archimon Posted January 10, 2017 Share Posted January 10, 2017 Hi guys! I’m currently finishing up undergrad at Rutgers U. in New Brunswick, having majored in East Asian Languages and Area Studies (Chinese focus) and History. I am currently working on my senior thesis, which will be done in the next few months. I hope that this is adequate research experience for at least an MA, though my ultimate goal is a Ph.D in Premodern (especially Song-Yuan) Chinese history, which I would plan to use to get a job as a professor. As far as language skills are concerned, I’ve taken Chinese for 3 of the 4 years of my undergraduate program, skipping the last year (i.e., this year) because I spent the summer of 2016 studying Chinese at ICLP in Taiwan and had, essentially, progressed to a point where my university language courses, which aren’t particularly rigorous (they only meet twice per week at the upper levels - three times per week during the first two years), were no longer of much use. Still, with no background in Japanese, and Chinese that, when I studied at ICLP, had only reached the level of students that had studied there for a full year (they offer an entire year after that before their classes cap out), I’m worried that weak language skills might seriously hurt my application. From having spoken with students that took the additional year, the training in Classical and Modern Chinese that they received was a serious boon, and has allowed them to read primary documents with reasonable ease of effort. There a few paths forward that I am currently considering. First: JET Program I’ve applied to and passed the first stage of the JET program admissions process, meaning that I will need to pass an interview next month to be selected and sent to Japan, where I would work as an assistant English teacher in a Japanese school (or schools). I had been considering JET because it would give me significant experience living abroad, give me applicable work experience teaching (which might be useful if I’m called upon to work as a TA, and could be valuable as training for teaching after leaving graduate school in any case), and allow me to avoid hemorrhaging money for a year while I take a break from school. My fear is that taking a year or more to do JET will allow my Chinese skills to regress to a point where I will need to retake a quarter worth of Chinese classes at ICLP or an equivalent program, in addition to the entire year of additional coursework later on if I were to get my Chinese skills to the point that they need to be for primary research. I might gain some knowledge of Japanese along the way, as well, though this isn’t really a primary consideration - I doubt I’ll learn a truly significant amount. (Perhaps I’m wrong) Second: Return to ICLP Alternately, I had been considering returning to ICLP in order to complete the additional year of language training now, before I would enroll in graduate school. I would not need to take on debt to do this, though adding a fifth quarter if I were to regress while, say, doing JET, I might need to borrow a few thousand dollars. (I would apply to MA/Ph.D. programs in the fall, while in Taiwan) I believe that this might strengthen my application, as it would require less funding from any graduate program I would enroll in for language study (I would already need, if I understand correctly, to learn Japanese in graduate school in order to work with Japanese secondary sources, which would obviously take time and cost money), and I would not need to spend a year or more away working on foundational language skills for my area of interest, premodern Chinese History. If my assumption that my current language skills are inadequate to gain me admission to a good Ph.D. program directly from undergrad is correct, this seems like it might be a good way to address this defect. On the other hand, many people pursue terminal MAs, some of which have funding, before going on to a Ph.D. My question is: Would trying to get into a terminal MA program while doing JET for a year be a good path for me? Can a terminal MA sufficiently address the deficiencies in my language skills to be considered for a top Ph.D. program? Are there other deficiencies that I should be seriously concerned about with my application? Essentially, I’m hoping that some of you can give me some guidance as to what my current chances of getting into a top-20 Ph.D. program would be on the basis of the information given in this this post. (I don’t have GRE scores yet - still need to take them) Is it worth it to spend money improving my Chinese skills in Taiwan for a year? Would it be better to do JET while applying to graduate school, with the hope of improving my language skills for free while in graduate school? (Sorry if there are any spelling or grammar mistakes - I didn’t proofread this very thoroughly) MettaSutta 1 Link to comment Share on other sites More sharing options...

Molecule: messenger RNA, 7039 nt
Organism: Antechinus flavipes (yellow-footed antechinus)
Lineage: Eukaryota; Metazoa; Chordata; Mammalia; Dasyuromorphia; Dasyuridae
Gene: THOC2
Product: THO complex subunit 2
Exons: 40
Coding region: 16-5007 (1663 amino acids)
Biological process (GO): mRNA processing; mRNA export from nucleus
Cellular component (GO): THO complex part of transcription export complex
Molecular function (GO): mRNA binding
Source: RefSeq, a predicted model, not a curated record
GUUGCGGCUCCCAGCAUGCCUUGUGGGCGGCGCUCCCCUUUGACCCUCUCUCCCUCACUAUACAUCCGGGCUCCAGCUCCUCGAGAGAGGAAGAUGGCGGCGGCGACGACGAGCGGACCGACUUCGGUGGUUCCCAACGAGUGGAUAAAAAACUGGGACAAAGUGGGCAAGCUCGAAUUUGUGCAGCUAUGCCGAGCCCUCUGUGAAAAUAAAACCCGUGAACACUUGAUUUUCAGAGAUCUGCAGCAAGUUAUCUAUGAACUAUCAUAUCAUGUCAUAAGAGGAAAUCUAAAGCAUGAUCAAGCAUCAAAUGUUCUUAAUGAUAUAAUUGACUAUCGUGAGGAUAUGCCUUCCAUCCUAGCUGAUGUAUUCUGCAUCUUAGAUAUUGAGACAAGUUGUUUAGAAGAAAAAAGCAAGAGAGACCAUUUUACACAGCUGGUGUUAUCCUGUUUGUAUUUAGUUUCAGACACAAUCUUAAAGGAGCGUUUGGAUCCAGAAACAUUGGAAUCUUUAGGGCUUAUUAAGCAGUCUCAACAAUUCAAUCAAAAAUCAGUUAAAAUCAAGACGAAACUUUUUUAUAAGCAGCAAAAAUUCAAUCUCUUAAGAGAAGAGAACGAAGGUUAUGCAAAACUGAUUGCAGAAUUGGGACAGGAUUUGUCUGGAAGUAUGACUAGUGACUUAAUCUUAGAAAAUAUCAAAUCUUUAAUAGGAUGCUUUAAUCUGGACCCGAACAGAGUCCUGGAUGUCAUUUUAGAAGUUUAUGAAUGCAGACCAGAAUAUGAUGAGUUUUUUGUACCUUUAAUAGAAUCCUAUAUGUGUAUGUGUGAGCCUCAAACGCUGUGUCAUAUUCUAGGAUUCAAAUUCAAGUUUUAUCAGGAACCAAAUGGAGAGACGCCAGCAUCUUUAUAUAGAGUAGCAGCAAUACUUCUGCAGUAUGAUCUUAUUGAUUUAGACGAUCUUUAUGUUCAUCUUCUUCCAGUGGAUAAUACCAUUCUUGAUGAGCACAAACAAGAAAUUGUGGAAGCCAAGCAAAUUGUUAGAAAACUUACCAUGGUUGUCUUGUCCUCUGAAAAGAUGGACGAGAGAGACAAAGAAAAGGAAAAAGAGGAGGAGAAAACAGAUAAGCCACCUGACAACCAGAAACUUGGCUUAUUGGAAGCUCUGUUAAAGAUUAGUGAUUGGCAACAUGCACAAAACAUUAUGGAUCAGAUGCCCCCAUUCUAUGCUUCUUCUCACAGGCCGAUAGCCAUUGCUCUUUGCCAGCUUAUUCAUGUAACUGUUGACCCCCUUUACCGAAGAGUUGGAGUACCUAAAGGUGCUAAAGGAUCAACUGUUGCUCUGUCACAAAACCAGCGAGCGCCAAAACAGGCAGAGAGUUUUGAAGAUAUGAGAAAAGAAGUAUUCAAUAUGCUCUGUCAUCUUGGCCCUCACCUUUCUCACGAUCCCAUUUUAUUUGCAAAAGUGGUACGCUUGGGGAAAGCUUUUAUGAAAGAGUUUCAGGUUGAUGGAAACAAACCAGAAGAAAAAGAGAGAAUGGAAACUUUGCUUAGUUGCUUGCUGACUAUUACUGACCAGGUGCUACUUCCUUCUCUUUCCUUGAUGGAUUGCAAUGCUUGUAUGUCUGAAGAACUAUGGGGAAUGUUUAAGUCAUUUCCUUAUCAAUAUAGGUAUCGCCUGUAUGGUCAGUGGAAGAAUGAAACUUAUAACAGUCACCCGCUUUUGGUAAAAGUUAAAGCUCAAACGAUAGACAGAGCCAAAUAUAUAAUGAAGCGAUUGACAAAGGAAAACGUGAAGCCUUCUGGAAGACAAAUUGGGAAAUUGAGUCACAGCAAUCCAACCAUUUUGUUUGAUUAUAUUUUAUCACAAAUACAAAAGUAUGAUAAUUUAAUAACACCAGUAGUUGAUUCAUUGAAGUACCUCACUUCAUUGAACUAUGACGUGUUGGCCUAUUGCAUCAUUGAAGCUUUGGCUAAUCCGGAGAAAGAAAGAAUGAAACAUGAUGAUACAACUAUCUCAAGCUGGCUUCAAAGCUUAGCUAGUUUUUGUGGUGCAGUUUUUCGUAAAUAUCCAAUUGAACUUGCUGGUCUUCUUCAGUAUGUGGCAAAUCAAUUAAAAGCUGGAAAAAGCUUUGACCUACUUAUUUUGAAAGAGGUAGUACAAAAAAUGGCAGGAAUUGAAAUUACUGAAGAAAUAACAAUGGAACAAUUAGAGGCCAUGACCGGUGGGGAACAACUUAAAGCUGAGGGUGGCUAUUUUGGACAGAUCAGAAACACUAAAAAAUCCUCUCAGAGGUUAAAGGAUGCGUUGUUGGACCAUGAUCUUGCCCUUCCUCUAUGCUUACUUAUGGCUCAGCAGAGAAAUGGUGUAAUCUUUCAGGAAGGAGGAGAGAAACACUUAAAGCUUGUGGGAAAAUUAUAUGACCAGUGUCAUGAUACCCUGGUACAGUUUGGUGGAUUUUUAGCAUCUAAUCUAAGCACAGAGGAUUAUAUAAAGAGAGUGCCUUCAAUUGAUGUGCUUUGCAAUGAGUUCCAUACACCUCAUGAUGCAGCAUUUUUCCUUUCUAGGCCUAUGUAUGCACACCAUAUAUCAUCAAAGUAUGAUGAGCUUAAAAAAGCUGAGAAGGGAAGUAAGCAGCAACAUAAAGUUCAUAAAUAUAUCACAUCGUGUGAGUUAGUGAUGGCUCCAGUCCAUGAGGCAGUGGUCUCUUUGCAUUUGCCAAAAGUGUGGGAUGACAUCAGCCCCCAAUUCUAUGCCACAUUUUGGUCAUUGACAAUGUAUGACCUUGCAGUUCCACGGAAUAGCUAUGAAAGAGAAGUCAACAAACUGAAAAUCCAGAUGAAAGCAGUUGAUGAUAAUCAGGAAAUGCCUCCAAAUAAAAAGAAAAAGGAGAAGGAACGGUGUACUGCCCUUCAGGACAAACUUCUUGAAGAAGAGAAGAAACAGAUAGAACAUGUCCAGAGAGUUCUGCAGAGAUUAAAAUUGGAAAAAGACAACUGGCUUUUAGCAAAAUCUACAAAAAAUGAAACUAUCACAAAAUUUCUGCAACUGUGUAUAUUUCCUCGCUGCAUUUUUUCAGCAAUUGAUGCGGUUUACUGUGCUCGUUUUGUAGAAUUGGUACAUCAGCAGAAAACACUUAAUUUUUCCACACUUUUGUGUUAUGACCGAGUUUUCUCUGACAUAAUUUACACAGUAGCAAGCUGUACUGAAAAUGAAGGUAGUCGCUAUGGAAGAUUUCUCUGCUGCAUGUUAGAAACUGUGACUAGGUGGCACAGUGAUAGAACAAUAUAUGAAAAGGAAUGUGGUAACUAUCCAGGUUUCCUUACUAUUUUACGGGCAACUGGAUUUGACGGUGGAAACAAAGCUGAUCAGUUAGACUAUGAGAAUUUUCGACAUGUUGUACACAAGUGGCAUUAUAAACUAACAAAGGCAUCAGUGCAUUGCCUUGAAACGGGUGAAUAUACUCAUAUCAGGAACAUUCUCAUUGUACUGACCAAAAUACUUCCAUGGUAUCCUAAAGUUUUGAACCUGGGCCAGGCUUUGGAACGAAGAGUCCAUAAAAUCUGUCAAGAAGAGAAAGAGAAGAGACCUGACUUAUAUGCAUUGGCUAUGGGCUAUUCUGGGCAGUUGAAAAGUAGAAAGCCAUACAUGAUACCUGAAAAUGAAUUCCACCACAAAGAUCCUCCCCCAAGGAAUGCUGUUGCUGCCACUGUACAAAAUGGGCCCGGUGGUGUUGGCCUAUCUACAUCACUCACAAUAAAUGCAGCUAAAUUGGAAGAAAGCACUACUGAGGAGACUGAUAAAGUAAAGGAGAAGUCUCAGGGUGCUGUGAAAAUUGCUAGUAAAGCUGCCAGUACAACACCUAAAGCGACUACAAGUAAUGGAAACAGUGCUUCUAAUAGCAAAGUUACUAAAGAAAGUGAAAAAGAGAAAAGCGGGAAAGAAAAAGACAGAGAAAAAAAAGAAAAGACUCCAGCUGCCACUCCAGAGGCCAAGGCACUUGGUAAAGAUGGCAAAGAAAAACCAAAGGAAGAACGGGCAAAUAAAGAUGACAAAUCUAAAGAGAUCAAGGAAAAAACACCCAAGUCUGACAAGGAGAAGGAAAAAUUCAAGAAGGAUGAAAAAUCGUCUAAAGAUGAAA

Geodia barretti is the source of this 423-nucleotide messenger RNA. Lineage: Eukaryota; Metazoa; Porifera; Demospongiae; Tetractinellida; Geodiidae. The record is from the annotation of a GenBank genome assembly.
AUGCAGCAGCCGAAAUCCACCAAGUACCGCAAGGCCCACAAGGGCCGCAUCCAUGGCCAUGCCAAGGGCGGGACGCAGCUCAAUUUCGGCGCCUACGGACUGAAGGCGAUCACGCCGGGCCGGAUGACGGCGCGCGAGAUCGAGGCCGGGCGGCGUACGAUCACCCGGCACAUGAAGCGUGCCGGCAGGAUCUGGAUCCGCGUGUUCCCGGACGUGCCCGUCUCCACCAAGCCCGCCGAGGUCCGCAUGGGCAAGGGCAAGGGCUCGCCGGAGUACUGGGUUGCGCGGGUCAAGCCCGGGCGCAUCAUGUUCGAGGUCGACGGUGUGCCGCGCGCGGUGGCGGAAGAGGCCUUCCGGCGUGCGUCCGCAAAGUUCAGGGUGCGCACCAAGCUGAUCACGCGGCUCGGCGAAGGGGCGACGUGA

Create an account or sign in to comment
You need to be a member in order to leave a comment
Create an account
Sign up for a new account in our community. It's easy!Register a new account
Already have an account? Sign in here.Sign In Now